As soon as this messenger was come to the shore, calling to our ship, as bringing some news, he was quickly fet[ched] aboard by those which longed to hear of our Captain’s speeding: but when he showed the toothpike of gold, which he said our Captain had sent for a token to ELLIS HIXOM, with charge to meet him at such a river though the Master knew well the Captain’s toothpike: yet by reason of his admonition and caveat [warning] given him at parting, he (though he bewrayed no sign of distrusting the Cimaroon) yet stood as amazed, lest something had befallen our Captain otherwise than well. The Cimaroon perceiving this, told him, that it was night when he was sent away, so that our Captain could not send any letter, but yet with the point of his knife, he wrote something upon the toothpike, “which,” he said, “should be sufficient to gain credit to the messenger.”

Thereupon, the Master looked upon it, and saw written, /By me, FRANCIS DRAKE/: wherefore he believed, and according to the message, prepared what provision he could, and repaired to the mouth of the river of Tortugos, as the Cimaroons that went with him then named it.

That afternoon towards three a clock, we were come down to that river, not past half-an-hour before we saw our pinnace ready come to receive us: which was unto us all a double rejoicing: first that we saw them, and next, so soon. Our Captain with all our company praised GOD most heartily, for that we saw our pinnace and fellows again.

We all seemed to these, who had lived at rest and plenty all this while aboard, as men strangely changed (our Captain yet not much changed) in countenance and plight: and indeed our long fasting and sore travail might somewhat forepine and waste us; but the grief we drew inwardly, for that we returned without that gold and treasure we hoped for did no doubt show her print and footsteps in our faces.

The rest of our men which were then missed, could not travel so well as our Captain, and therefore were left at the Indian new town: and the next day (23rd February) we rowed to another river in the bottom of the bay and took them all aboard. Thus being returned from Panama, to the great rejoicing of our company, who were thoroughly revived with the report we brought from thence: especially understanding our Captain’s purpose, that he meant not to leave off thus, but would once again attempt the same journey, whereof they also might be partakers.

Our Captain would not, in the meantime, suffer this edge and forwardness of his men to be dulled or rebated, by lying still idly unemployed, as knowing right well by continual experience, that no sickness was more noisome to impeach any enterprise than delay and idleness.

Therefore considering deeply the intelligences of other places of importance thereabouts, which he had gotten the former years; and particularly of Veragua, a rich town lying to the Westward; between Nombre de Dios and Nicaragua, where is the richest mine of fine gold that is on this North side: he consulted with his company touching their opinions, what was to be done in this meantime, and how they stood affected?

Some thought, that “It was most necessary to seek supply of victuals, that we might the better be able to keep our men close and in health till our time came: and this way easy to be compassed, because the frigates with victuals went without great defence, whereas the frigates and barks with treasure, for the most part were wafted with great ships and store of soldiers.”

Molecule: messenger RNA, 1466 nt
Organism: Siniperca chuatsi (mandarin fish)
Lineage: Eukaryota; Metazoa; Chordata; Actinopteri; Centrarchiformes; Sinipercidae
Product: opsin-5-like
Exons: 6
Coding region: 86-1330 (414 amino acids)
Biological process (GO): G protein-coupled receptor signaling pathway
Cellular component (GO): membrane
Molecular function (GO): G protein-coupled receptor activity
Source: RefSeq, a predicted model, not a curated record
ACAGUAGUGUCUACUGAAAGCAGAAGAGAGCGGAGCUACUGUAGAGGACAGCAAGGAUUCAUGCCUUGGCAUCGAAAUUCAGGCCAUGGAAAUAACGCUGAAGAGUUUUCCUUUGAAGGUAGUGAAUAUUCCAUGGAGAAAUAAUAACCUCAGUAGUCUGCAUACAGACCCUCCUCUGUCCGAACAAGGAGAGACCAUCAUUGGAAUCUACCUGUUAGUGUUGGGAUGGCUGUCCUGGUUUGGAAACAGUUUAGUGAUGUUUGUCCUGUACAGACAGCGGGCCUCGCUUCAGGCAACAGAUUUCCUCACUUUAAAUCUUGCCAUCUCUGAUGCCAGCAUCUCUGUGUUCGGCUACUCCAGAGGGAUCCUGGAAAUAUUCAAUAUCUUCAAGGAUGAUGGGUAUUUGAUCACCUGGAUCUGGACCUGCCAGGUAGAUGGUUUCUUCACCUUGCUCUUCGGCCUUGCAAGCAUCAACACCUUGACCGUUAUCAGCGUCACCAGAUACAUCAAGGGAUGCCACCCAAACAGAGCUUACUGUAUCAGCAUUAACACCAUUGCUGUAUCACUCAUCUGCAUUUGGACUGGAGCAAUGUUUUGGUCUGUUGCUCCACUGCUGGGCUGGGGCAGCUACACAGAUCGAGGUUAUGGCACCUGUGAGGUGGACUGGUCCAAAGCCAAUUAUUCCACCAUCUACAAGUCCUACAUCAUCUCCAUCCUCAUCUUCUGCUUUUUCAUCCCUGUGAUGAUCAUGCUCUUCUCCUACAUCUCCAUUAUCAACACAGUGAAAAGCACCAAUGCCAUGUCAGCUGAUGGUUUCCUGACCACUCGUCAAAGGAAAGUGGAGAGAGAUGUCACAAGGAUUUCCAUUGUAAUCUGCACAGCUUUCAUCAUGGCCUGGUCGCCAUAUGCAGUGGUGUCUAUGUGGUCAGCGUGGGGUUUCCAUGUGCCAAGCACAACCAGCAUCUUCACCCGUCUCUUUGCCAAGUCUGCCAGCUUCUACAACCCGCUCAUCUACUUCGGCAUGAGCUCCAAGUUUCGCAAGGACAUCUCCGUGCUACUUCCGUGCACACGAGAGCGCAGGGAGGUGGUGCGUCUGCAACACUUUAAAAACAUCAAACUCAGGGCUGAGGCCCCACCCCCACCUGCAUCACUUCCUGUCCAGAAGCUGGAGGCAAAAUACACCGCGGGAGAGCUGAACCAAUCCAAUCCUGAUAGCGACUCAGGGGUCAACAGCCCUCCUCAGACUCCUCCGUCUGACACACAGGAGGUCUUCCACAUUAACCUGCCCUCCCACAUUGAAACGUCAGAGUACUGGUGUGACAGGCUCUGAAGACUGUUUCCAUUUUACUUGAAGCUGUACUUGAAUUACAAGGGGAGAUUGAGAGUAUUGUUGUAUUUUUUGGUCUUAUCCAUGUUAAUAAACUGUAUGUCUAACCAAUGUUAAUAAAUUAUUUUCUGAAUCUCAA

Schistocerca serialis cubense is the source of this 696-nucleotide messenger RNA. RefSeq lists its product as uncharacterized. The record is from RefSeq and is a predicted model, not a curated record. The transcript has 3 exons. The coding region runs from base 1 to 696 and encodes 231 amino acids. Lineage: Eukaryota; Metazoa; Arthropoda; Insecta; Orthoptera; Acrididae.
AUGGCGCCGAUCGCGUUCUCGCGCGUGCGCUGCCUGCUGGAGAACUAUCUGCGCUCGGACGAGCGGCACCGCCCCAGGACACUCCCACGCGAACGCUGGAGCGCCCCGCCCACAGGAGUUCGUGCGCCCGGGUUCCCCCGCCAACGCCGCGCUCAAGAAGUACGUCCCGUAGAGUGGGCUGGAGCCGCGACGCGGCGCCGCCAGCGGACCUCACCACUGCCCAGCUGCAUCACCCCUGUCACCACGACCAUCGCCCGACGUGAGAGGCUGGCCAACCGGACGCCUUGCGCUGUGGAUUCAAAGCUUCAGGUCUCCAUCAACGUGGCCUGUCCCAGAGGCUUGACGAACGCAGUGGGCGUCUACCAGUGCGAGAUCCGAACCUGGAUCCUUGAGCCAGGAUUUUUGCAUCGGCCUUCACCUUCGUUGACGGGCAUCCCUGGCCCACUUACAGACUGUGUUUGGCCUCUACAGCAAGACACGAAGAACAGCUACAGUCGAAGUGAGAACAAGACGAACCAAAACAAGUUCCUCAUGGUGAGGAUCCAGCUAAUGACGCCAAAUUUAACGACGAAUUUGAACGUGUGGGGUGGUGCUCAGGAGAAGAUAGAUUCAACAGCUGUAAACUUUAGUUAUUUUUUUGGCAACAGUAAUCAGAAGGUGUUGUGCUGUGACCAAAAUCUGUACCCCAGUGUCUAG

Others yet judged, “We might better bestow our time in intercepting the frigates of treasure; first, for that our magazines and storehouses of victuals were reasonably furnished, and the country itself was so plentiful, that every man might provide for himself if the worst befell: and victuals might hereafter be provided abundantly as well as now: whereas the treasure never floateth upon the sea, so ordinarily as at this time of the Fleets being there, which time in no wise may be neglected.”

The Cimaroons being demanded also their opinion (for that they were experienced in the particularities of all the towns thereabouts, as in which some or other of them had served), declared that “by Veragua, Signior PEZORO (some time their master from whom they fled) dwelt; not in the town for fear of some surprise, but yet not far off from the town, for his better relief; in a very strong house of stone, where he had dwelt nineteen years at least, never travelling from home; unless happily once a year to Cartagena, or Nombre de Dios when the Fleets were there. He keepeth a hundred slaves at least in the mines, each slave being bound to bring in daily, clear gain (all charges deducted) three Pesos of Gold for himself and two for his women (8s. 3d. the Peso), amounting in the whole, to above 200 pounds sterling each day: so that he hath heaped a mighty mass of treasure together, which he keepeth in certain great chests, of two feet deep, three broad, and four long: being (notwithstanding all his wealth) bad and cruel not only to his slaves, but unto all men, and therefore never going abroad but with a guard of five or six men to defend his person from danger, which he feareth extraordinarily from all creatures.

“And as touching means of compassing this purpose, they would conduct him safely through the woods, by the same ways by which they fled, that he should not need to enter their havens with danger, but might come upon their backs altogether unlooked for. And though his house were of stone, so that it could not be burnt; yet if our Captain would undertake the attempt, they would undermine and overthrow, or otherwise break it open, in such sort, as we might have easy access to his greatest treasure.”

Our Captain having heard all their opinions, concluded so that by dividing his company, the two first different sentences were both reconciled, both to be practised and put in use.